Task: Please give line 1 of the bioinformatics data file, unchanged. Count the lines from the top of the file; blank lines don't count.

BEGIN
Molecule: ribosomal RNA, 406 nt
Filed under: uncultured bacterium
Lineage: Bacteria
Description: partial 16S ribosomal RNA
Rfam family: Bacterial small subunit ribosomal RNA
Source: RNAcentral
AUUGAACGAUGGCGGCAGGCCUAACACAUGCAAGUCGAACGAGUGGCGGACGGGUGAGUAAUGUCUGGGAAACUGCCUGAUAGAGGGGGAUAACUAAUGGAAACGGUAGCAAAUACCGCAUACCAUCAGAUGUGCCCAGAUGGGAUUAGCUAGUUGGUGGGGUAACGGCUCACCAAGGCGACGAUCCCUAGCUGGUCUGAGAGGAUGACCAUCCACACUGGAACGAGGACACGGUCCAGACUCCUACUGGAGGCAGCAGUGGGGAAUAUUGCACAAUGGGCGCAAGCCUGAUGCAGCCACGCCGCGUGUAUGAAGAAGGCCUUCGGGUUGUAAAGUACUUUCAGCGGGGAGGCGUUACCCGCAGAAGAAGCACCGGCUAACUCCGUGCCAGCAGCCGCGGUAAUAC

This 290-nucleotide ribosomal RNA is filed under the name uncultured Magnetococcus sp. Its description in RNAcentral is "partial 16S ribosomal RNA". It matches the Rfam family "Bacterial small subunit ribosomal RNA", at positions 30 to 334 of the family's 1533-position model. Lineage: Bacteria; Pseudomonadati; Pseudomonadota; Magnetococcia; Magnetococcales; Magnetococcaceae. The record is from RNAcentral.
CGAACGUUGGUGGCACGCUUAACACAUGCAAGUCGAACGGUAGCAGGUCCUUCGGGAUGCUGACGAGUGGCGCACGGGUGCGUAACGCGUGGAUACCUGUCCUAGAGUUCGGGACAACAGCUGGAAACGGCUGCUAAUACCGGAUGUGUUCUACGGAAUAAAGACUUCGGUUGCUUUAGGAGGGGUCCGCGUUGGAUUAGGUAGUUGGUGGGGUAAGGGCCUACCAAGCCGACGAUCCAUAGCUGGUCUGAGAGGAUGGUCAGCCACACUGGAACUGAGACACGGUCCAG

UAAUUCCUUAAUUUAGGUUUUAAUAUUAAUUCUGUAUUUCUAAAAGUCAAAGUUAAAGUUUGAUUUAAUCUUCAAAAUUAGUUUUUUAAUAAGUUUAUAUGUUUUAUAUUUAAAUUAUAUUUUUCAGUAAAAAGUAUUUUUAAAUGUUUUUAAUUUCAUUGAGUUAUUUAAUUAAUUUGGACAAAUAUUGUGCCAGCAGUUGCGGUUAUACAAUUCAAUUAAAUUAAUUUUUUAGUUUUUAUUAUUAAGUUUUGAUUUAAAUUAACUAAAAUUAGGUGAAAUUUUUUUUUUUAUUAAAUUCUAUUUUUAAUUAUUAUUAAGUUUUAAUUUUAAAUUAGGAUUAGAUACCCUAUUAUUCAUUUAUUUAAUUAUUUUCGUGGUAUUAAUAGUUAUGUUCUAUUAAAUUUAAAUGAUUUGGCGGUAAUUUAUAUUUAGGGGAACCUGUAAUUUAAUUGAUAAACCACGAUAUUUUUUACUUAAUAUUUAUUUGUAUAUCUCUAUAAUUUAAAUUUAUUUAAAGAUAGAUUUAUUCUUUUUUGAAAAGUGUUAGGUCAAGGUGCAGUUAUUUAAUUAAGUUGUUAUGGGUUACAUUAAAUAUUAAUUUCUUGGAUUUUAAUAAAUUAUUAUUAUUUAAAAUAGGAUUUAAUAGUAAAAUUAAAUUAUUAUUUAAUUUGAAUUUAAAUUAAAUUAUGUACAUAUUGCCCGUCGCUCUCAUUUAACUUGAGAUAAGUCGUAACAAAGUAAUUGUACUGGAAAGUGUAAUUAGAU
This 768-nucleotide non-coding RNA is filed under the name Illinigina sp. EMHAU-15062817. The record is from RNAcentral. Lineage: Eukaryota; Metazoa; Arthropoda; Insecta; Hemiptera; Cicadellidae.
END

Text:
Molecule: ribosomal RNA, 406 nt